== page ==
Partitions are lawsuits that split up the property between multiple co-owners so that each can take their equity out of the home. The prototypical partition is that between unmarried partners or business partners. Both own equal shares, but only one wants to end the relationship and take their money out. Partitions enable this to happen, usually ending with a court-ordered sale of the subject property.
The presence of a trust changes this calculus. This is because a trustee typically holds the property for the benefit of another. (Estate of Yool (2007) 151 Cal.App.4th 867, 874.) As such, pursuing a partition becomes much more difficult to do, especially because partitions cannot be used to disrupt the purpose and provisions of an express irrevocable trust.
At the Underwood Law Firm, our attorneys are well-versed in these matters and familiar with the intricacies of the interactions between property law and probate procedures. The following are steps that every litigant should keep in mind before pursuing the partition of a property subject to a trust.
Step 1: Is the Settlor still alive?
The law governing trusts can be, generally speaking, split into two sections: (1) provisions taking effect when the settlor is alive and (2) provisions operating once the settlor has passed away.
As the “settlor” or “trustor” is the person who created the trust, they have the power to terminate, modify, or revoke the trust that they set up. (Prob. Code § 15401.) For instance, the settlor, with the consent of the trust beneficiaries, might decide to amend and modify the trust so as to prevent a partition outright by including an anti-partition provision in the trust documents. (Prob. Code § 15404.)
All of this is to say that while the settlor is still around, the trust is in a state of “flux,” so to speak. At any point in time, the settlor might pull a property out of trust or revoke the trust entirely. And most of the time, they are within their right to do so. Unless there are express, written provisions stating otherwise, trusts in California are presumed to be revocable by the settlor. (Prob. Code § 15400.)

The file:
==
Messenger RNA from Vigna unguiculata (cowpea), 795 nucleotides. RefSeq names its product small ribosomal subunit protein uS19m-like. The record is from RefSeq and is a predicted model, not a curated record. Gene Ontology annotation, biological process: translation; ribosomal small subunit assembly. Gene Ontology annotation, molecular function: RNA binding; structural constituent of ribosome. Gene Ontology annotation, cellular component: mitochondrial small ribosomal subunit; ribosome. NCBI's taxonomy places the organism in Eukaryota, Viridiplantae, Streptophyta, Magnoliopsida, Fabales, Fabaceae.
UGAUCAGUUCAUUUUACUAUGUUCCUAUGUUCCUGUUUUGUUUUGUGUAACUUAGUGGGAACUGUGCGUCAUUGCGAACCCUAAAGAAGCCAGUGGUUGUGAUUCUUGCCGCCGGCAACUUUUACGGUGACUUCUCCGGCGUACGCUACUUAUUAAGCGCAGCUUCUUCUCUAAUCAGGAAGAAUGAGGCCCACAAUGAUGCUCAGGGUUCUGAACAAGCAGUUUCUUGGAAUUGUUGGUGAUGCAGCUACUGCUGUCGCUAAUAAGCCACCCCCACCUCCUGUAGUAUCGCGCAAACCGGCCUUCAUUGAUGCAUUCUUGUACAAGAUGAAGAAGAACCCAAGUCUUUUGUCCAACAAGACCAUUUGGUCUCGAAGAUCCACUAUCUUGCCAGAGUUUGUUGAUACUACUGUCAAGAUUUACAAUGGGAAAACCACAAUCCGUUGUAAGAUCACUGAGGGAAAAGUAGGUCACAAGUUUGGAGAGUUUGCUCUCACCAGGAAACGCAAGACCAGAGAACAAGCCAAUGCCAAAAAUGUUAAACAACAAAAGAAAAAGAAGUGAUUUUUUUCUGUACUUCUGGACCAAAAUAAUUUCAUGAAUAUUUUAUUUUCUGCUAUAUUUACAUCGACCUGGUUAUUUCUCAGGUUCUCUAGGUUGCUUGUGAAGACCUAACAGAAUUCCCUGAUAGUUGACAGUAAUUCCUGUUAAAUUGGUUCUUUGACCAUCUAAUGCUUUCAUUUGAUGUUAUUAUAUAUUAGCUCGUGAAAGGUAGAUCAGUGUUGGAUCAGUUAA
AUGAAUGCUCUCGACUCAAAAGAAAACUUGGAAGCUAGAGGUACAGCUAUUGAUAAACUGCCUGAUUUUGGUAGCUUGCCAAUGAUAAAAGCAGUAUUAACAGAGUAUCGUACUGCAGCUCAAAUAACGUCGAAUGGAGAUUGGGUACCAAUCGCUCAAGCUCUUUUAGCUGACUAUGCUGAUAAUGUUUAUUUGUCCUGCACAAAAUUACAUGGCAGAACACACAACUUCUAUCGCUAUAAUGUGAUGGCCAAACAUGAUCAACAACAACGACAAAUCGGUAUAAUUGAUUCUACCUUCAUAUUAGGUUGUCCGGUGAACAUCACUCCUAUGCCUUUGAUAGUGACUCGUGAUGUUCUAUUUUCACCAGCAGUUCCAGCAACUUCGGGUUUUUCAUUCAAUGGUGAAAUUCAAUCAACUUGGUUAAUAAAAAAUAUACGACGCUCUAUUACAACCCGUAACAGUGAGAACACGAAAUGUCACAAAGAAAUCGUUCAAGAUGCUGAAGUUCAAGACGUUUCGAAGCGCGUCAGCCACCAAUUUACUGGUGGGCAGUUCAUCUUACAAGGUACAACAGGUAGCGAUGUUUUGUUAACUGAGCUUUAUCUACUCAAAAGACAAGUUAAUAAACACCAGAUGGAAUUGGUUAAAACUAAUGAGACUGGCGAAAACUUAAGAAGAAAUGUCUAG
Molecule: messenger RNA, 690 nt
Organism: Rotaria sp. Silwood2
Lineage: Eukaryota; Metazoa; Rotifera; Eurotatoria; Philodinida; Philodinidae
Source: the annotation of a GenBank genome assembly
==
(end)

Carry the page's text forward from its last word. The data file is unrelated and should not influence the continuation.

If, however, the settlor has passed away, then the dynamic drastically shifts. As a general rule of trust law, once the settlor or settlors die, the trust becomes irrevocable, meaning its provisions are then set in stone. The only way an irrevocable trust can be modified or terminated is through a petition to do so by each and every trust beneficiary. And even then, the court may still choose to continue the trust if it views the modification as disrupting the material purpose of the trust itself. (Prob. Code § 15403.)
In addition, the death of the settlor means the involvement of a trustee. Trustees are people (or entities) named within the trust documents or appointed by the court who step in and “administer” the trust. In other words, they take over the trust’s management. Any attempt at partition will run through them.
Step 2: Is the property subject to an express trust?
Under the partition statutes, where a property or an interest in the property is subject to an express trust, the court may, at its discretion, order that the property be sold. (CCP § 872.840.)